Here’s What You Might Have Missed: World News Update



Winter Olympics in Full Swing

The 2018 Winter Olympic Games began on Feb. 9 in PyeongChang, South Korea. Athletes from 92 countries gathered to compete in 102 events across 15 sports.

According to The International Olympic Committee website, “the goal of the Olympic Movement is to contribute to building a peaceful and better world by educating youth through sport practiced without discrimination of any kind, in a spirit of friendship, solidarity and fair play.”

There are six countries making their Winter Olympic debut, including Ecuador, Eritrea, Kosovo, Malaysia, Nigeria and Singapore. The Nigerian women’s bobsled team is making history as the first to qualify for the bobsled competition from an African nation.

After the doping scandal that occurred during the 2014 Olympics, Russia has been disqualified from participating in this year’s Games. Russian athletes who were uninvolved in the scandal are still being allowed to compete, but not under the Russian flag.

The Olympic Games will continue through Feb. 25.

Government Shuts Down for Six Hours

In the early hours of Feb. 9, the government shut down for six hours before lawmakers voted to pass a bipartisan budget deal that will fund the government until March 23.

The shutdown began after Sen. Rand Paul (R-Ky.) objected to the increases in government spending by $300 billion under the deal. Paul took to the Senate floor to call out hypocrisy from Republicans on over-spending.

“The reason I am here tonight is to put people on the spot. I want to make people feel uncomfortable,” said Paul. “I want them to have to answer people at home who said ‘how come you were against President Obama’s deficits, and how come you’re for Republican deficits?’ Isn’t that the very definition of dishonesty?”

The House approved the deal in a 240 to 186 vote. It has since been submitted to the president to sign.

Stock Market Turbulence

After more than a year of steady climbing, the stock market has seen a large amount of turbulence within the last week.

On Feb. 5, the Dow dropped 1,597 points – the most points fallen in a single trading day. The following day, the Dow made its largest point gain since August of 2015, increasing 567 points.

On Feb. 8, the Dow took another huge plunge, this time dropping 1,033 points. The Dow closed up 330 points the next day.

“I don’t think these types of moves, given how much the market has rallied, have financial stability concerns,” said Treasury Secretary Steven Mnuchin at a House Financial Services Committee hearing. “I’m not overly concerned about the market volatility. The fundamentals are quite strong.”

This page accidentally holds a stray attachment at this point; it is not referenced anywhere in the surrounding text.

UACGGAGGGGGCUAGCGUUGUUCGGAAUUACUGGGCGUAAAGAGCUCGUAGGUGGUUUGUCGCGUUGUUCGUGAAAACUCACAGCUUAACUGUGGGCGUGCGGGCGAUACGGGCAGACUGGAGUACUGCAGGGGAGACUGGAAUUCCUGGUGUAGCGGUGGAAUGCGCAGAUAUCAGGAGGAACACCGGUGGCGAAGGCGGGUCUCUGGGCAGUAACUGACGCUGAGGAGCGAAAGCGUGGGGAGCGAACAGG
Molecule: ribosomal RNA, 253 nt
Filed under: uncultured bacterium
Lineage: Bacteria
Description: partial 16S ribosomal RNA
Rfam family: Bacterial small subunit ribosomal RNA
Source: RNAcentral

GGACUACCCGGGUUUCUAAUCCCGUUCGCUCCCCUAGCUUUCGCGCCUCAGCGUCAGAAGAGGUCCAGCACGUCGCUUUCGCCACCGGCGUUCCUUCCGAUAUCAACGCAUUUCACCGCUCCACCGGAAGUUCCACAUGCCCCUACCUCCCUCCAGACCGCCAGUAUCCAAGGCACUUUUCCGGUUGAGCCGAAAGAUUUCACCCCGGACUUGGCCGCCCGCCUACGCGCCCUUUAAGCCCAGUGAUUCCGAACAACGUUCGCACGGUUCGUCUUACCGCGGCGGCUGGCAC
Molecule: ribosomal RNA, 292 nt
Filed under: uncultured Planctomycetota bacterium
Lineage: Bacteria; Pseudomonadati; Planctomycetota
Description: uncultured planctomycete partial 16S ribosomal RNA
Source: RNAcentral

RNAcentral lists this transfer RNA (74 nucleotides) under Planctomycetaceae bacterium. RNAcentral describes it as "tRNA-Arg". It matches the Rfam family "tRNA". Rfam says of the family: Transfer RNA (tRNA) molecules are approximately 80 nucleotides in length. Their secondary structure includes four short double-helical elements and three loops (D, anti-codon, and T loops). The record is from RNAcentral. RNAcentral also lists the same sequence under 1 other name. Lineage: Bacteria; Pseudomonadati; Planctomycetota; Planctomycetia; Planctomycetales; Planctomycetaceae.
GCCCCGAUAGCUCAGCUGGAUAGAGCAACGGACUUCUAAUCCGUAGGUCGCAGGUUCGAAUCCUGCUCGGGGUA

Mnuchin also took time to praise President Trump’s economic policies despite the market drop. “We’ll still claim credit for the fact that it’s up over 30 percent since the election,” he said.

Proposed Military Parade Creates Concerns

On Feb. 6, The White House confirmed President Trump’s proposal of a military parade. The following day, Defense Secretary James Mattis announced that the Pentagon is in the early stages of planning the event.

“We’re all aware in this country of the president’s affection and respect for the military,” said Mattis in a press conference. “We’ve been putting together some options. We’ll send them up to the White House for decision.”

Many on Capitol Hill expressed concern in the wake of this announcement, questioning the costs and the likeness to military parades done in Russia and North Korea.

“I have no desire to go to a Soviet hardware display. To me that’s cheesy and weak,” said Sen. Lindsey Graham (R-S.C.) in an interview with ABC News. “What would be appropriate is to have the men and women on display for the nation to say thank you and their families and to have a parade of honor and of thank you.”

“We understand when there are countries that are not major military powers that like to display their military,” said Sen. Ben Cardin (D-Md.), also speaking with ABC. “I just don’t think it’s necessary in the United States and it’s a wrong use of our resources.”

The Associated Press contributed to this article.

About the author

Leave a Reply